Console

Interview with Manu Srivastava

Engineer, Temporal - A workflow orchestration platform.

What is Temporal? Why did you build it?

Temporal is a workflow orchestration platform. It deals with everything needed to run a task - reliability, retries, redundancy - so you can focus on the task itself.

I met the CTO, Samar, at Microsoft where he was building a code replay workflow engine. I was initially skeptical of its value as I thought anyone could write their code to persist checkpoints and deal with retries. However it turned out to be much more complex at scale! We ended up using this engine quite a bit at Microsoft, such as for Azure resource provisioning.

Samar met our CEO, Maxim, at Amazon where they were working on the AWS Simple Workflow Service. However, the three of us actually met ten years later at Uber where they had created an extensive workflow engine called Cadence. Our team was using Cadence for compliance workflows and it was this that highlighted the real value: checkpoints, handling messaging and state management across multiple systems. It meant we had to write less code.

This is what inspired Temporal. We wanted to build something that any developer could use, whilst adding extra functionality around execution history, logging, debugging and analysis of past runs.

How have you thought about open source vs cloud?

One of the main things I’m working on at Temporal is the cloud-hosted service. You can host everything yourself but it really requires a lot of operational experience.

Operating a Temporal cluster requires dealing with upgrades, making sure you’re scaled appropriately and debugging potential issues. This will take a team of five to ten people. We’ve spoken to other companies who’ve said, “Hey, let’s try self-hosting.” They’ve gotten the estimate and they’ve come back and also said, “Yeah, this will take too many people. Can you host it for us?” People want to use it, but they don’t want to run it. Just like people want to use a database, they don’t really want to operate and run it themselves.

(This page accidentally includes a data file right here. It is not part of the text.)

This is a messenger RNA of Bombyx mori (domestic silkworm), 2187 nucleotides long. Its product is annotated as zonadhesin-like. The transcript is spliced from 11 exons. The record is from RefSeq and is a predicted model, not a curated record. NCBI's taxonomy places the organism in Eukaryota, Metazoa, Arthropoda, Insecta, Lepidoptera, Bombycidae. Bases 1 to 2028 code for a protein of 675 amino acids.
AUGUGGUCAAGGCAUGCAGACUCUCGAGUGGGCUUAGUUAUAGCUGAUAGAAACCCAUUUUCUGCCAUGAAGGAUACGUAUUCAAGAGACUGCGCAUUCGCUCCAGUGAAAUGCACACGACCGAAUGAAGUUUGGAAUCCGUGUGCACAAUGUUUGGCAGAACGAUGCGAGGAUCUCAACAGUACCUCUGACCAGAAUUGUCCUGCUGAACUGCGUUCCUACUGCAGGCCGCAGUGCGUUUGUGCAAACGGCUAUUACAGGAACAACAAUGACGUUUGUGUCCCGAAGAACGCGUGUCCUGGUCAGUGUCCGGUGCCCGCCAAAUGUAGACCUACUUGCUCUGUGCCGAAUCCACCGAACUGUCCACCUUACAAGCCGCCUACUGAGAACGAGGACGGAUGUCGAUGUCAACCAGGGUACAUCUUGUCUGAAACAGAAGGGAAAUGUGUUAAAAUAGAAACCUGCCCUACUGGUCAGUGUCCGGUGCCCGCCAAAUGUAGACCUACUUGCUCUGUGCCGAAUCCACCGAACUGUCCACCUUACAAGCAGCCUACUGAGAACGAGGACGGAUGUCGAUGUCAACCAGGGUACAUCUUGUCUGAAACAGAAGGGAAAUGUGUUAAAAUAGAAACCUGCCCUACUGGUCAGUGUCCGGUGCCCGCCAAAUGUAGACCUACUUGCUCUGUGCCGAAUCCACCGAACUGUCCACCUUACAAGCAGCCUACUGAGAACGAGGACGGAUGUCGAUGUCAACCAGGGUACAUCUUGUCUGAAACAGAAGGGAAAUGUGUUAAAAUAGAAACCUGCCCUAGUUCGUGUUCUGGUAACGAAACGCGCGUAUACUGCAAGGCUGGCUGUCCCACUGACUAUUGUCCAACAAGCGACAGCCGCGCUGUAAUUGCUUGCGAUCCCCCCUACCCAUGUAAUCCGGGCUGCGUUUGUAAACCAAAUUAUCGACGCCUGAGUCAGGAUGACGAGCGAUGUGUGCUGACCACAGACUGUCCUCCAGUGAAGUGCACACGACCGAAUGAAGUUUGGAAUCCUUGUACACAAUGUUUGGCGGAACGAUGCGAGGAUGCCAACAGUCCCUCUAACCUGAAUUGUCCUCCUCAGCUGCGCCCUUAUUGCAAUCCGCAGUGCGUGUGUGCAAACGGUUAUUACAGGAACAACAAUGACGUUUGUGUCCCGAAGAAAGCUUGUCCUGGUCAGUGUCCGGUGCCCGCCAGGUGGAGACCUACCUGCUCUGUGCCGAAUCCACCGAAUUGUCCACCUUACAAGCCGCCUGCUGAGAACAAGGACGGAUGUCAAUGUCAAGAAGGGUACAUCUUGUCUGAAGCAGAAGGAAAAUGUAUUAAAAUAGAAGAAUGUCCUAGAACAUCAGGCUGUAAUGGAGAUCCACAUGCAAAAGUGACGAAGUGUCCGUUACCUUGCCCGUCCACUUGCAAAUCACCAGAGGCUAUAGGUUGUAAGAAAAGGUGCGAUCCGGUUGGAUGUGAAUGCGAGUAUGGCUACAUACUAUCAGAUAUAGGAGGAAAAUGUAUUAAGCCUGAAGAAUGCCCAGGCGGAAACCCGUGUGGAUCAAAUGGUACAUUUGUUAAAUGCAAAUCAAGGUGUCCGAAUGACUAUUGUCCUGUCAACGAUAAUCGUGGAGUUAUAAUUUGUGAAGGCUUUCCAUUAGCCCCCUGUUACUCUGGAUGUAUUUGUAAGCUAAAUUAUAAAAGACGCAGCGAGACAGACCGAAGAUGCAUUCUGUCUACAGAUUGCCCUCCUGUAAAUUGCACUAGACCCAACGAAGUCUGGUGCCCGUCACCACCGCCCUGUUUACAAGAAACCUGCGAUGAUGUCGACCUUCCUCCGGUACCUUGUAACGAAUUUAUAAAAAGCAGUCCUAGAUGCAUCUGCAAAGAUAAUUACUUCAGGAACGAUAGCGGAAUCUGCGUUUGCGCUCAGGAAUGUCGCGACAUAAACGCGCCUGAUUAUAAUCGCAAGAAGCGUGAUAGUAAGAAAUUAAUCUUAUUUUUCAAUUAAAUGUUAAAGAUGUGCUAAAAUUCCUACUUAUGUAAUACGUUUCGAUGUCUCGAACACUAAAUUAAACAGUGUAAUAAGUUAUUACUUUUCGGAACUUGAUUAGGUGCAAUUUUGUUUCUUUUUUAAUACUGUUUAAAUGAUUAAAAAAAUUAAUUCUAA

What does a “day in the life” look like?

I joined Temporal in the middle of the COVID-19 pandemic, so I’ve only physically met all my co-workers once at a summer barbecue (wearing masks!). I’ve been remote from the day I joined. We have a daily standup and sub-team standups, then there’s some structured meetings, along with a lot of organic ad-hoc discussion.

A lot of my time is spent working on greenfield projects, which is what I enjoy most. We’re building brand new things, so there is a lot of learning and exploring. Creating new things versus dealing with and patching up legacy systems. That’s what makes it really exciting. I was the eighth full-time employee, and right now we’re a team of twenty people.